Active voice: what it is and why you need to use it

This topic first appeared in my newsletter, The Write Stuff. If you’d like a monthly shot of writing and editing advice, sign up here. Photo by Lukas Blazek on Unsplash.

Do you know the difference between active and passive voice?

Writing in active voice is a huge boost to bloggers, as it’s a key part of creating SEO-optimised content.

The easiest way to differentiate between active voice and passive voice is to see where the emphasis falls in the sentence structure.

Sentences are made up of something (subject) carrying out an action (verb).

In active voice, the emphasis is on the subject performing the action. For example:

I painted the dining room.

Yeost recommends writing in active voice.

My dog loves walks in the park.

In passive voice, the action happens to the subject.

If we take the three examples above, this is how they’d be framed in passive voice.

The dining room was painted by me.

It is recommended by Yeost that passive voice be avoided.

Walks in the park are loved by my dog.

In these examples you can see that passive voice tends to be a little wordy, sometimes unnecessarily so. Active voice is short and direct, which is why it’s preferred in news reporting and SEO-optimised content on your blog.

Although active voice is preferred for your website’s SEO, that doesn’t make it ‘better’ than passive voice.

At times active voice can feel impersonal and blunt. In some situations the action should be emphasised instead of the subject. For example:

A passage from Anne of Green Gables was read at the wedding ceremony.

In this instance, the act of reading the passage is more important than who did the reading (which doesn’t need to be included in the sentence).

Active voice and online writing

Even looking at the painting example above, either voice is acceptable depending on the context. If you’re writing a blog post about styling your dining space, the passive sentence emphasising the room may work better.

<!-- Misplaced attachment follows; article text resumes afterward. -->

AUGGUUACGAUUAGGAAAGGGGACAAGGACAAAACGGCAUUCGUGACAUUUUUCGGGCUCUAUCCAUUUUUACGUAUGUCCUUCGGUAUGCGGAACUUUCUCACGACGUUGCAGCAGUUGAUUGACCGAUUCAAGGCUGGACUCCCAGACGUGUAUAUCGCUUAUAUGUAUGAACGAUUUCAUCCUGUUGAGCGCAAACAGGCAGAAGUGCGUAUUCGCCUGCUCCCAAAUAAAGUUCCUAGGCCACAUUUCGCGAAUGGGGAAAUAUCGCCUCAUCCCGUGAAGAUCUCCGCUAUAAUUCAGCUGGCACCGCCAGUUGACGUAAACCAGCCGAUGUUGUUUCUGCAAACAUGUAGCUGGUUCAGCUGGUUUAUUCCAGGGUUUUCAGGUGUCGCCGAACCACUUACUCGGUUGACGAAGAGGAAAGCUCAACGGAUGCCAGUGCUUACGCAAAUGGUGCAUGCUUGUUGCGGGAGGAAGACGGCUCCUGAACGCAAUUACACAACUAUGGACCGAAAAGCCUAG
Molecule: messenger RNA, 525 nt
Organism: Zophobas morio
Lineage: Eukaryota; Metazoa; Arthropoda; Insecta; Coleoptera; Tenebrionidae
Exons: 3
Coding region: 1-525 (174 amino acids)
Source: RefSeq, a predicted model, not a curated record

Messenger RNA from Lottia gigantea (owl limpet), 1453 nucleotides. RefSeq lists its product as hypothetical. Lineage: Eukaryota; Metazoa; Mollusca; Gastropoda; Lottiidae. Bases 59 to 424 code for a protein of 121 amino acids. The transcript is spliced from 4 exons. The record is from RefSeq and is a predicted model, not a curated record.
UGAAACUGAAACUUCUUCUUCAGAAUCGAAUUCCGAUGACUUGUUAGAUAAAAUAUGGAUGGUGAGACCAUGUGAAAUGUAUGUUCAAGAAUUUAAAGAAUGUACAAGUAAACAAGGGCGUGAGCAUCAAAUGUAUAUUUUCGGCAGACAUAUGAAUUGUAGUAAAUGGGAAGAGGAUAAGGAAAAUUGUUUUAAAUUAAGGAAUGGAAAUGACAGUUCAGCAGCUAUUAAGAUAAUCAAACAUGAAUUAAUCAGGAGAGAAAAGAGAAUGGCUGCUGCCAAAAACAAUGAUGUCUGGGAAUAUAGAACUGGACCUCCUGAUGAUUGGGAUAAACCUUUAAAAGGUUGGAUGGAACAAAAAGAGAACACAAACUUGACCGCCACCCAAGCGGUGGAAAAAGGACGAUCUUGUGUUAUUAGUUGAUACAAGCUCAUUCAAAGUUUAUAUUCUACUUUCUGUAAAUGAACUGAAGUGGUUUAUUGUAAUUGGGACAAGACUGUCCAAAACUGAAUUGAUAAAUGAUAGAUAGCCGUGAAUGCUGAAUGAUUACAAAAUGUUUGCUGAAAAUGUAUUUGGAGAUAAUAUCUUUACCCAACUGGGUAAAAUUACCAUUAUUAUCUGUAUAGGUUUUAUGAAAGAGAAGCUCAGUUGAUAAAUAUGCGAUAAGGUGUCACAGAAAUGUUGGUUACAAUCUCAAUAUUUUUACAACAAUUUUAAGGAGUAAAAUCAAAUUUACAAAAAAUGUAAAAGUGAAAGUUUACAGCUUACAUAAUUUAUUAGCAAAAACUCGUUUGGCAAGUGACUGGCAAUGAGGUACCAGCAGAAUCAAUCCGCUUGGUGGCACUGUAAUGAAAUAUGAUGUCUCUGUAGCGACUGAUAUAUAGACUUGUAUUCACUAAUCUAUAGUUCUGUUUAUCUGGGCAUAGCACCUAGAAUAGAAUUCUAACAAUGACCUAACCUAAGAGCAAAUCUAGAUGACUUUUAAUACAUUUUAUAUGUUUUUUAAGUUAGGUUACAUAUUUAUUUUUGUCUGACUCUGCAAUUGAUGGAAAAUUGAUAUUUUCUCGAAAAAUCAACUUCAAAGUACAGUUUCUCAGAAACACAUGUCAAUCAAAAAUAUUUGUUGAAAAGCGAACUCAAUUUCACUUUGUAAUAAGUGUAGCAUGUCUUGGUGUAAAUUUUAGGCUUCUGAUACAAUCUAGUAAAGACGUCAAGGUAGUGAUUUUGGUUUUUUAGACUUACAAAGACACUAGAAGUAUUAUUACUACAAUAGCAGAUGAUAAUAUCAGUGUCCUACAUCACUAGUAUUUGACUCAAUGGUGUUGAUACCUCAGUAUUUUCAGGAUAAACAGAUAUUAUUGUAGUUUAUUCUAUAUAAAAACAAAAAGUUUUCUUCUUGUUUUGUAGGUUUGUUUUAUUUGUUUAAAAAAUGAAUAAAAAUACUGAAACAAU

If you’re using Wordpress, you may have seen the option to highlight passive voice using the Yoast SEO plugin.

Unfortunately, like most automated systems, the plugin isn’t always right. Use the plugin as a guide for possible changes, but don’t panic.

Although I’ve been trained to write in active voice, I still got several passive voice warnings in Yoast when I was on Wordpress. It’s always good to read over and edit my work again, but there are always some sentences I know are better in their original form.

Now I’m using Squarespace, I’ve got to rely on my own judgement. That’s another reason it’s important to understand the difference between active and passive voice.

It’s important to optimise your blog for SEO, but remember we should also aim to create a blog which still feels personal and human. Don’t eliminate every hint of passive voice from your work, but know there’s generally a more direct way to get your message across.

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Will you be using active voice more in your blog writing? Leave a comment and let me know, or connect with me on Twitter and Instagram.

Grammar rules: Active and passive voice explained.